It is one week since Donald Trump’s victory, and everything in my world is a little darker now. I am a senior in high school, not even old enough to vote. I live in California, a state that would proverbially explode if it turned any bluer on the electoral map. I am a woman, making me a member of one of the many groups of individuals that has been a victim of Donald Trump’s disrespect and denigration. I fear for the environment. I fear for the message that we are sending to our youth and to other countries, both allies and enemies, as a result of our choice.
But unlike some of the others who harbor similar feelings of resentment toward our President-elect, I do not have to fear being deported or separated from my family. I do not feel like there is a target on my back because of the color of my skin. I am not a member of the LGBTQ+ community who fears that I will be subject to newfound intolerance and harassment, or in some cases that my right to marriage will be revoked. Some of the things I do have, though, are morals, empathy, a passion for politics, and a firm belief in civil rights. And the knowledge that all of these things are very real fears for many of the people around me has shaken me to my core.
Each day I check the news, bracing myself for what I will read. Twitter, Tumblr, and Facebook are flooded with personal accounts of people that have been physically and verbally assaulted by Trump supporters in the last four days alone. Through their actions (after a victory, mind you), Trump supporters have made their message loud and clear: All minorities are a glaring encroachment upon our newfound Trump-Land. Civil rights no more.
Assault stories continue to surface. Anti-Trump protests appear to be intensifying nationwide, but they cannot go on forever. At a certain point, we must ask ourselves a question, or five. What now? How do we navigate a Trump presidency, and how will we navigate the coming weeks? How do we go about finding common ground with Trump supporters, both across the nation and within our families and daily lives? What caused these people to become so full of hate? And finally, how can we actually make progress?
The first thing that needs to stop immediately is every protest established on the basis of the “Not My President” movement. People who promote this slogan are essentially removing all sense of personal responsibility from the situation. If Trump is “not your president,” you are essentially saying that the state of the nation under his administration is no longer your problem. By all means continue to peacefully protest, but do so with a goal in mind, whether it is a demand for respect or a desire to have your voice heard. Chanting “not my president” only perpetuates a state of denial. We cannot change the fact that Trump has been elected, but we can make it clear that we will not be silenced and that we will forever fight for the various causes that we believe in. We must be politically active citizens, protesting with a message in mind that is bigger than aimlessly showing our distaste.
Second, individuals from both sides must determine the extent to which they are willing to sacrifice their fundamental values and beliefs for the sake of coming together. This is a situation in which it is extremely difficult to unify, because each side differs from the other in ways that are fundamental to how we define ourselves as people. We are starkly divided on issues that make up our very identities. I urge you to think about whether or not you are willing to place yourself in the position of the other side in order to better understand their views and reasoning, and whether or not you are able to compromise.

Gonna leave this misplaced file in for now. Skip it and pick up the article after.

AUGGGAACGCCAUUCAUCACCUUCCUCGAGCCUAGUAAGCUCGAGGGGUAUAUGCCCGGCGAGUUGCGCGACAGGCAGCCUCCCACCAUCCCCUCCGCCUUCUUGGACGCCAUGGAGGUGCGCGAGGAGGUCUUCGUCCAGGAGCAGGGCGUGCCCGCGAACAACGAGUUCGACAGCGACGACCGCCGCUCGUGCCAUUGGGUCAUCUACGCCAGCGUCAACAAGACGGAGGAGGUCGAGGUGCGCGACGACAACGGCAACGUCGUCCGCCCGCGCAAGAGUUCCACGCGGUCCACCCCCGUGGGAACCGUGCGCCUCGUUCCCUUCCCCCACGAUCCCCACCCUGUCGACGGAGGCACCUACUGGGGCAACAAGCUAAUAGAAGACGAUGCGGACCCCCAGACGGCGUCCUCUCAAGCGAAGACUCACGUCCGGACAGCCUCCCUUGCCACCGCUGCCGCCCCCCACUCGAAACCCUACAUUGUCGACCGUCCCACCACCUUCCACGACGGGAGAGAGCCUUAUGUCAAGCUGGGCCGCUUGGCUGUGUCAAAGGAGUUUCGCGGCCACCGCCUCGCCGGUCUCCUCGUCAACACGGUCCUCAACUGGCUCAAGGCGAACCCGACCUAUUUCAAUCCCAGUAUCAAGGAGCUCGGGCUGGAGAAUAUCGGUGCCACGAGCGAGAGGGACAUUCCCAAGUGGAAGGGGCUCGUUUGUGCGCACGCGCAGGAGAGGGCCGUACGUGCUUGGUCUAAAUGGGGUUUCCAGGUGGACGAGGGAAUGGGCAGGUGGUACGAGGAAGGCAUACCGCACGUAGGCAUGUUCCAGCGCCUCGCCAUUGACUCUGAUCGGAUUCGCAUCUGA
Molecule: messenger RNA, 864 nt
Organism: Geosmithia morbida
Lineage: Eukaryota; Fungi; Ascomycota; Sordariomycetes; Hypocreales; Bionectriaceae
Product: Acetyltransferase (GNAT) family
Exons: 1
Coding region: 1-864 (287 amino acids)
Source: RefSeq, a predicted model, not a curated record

For example, some may be able to compromise on Trump’s economic plans but draw the line at his xenophobic views on immigration. Others may not feel capable of compromise at all. The answers to these questions are different for each person, but they must be clear ones as they help define what role you can play in the unifying process. If you cannot compromise on any of the issues at hand, your job is to continue fighting relentlessly for what you believe in. If you can compromise on some of the issues at hand, your job is still to continue fighting relentlessly for what you believe in, but simultaneously play the mediator and contribute to the nationwide goal of creating progressive legislation that, in theory, satisfies both sides to some degree.
Trump supporters, Clinton supporters, and every group in between can all revel in one shared emotion: dissatisfaction. One of the many reasons that Trump supporters voted the way they did was because they felt that the voice of the blue collar, working-class American was not being heard by mainstream politics. Hillary supporters fear that their voice will not be heard by President-elect Trump. Those who voted for a third party or declined to vote at all did not see their values represented in the choices available for president and will continue to feel that their voice is not being heard by the corrupt, two-party system.
We all want to have our voices heard. And despite our varying definitions of success, we all want our country to be as successful as possible. With that in mind I urge you to take action, continue to fight tirelessly for what you believe in, and do your best to live courageously and without fear. Don’t flee to Canada. Don’t abandon responsibility for the situation by declaring that he isn’t your president. Rise up and take action, because our future is directly affected by what we decide to do right now.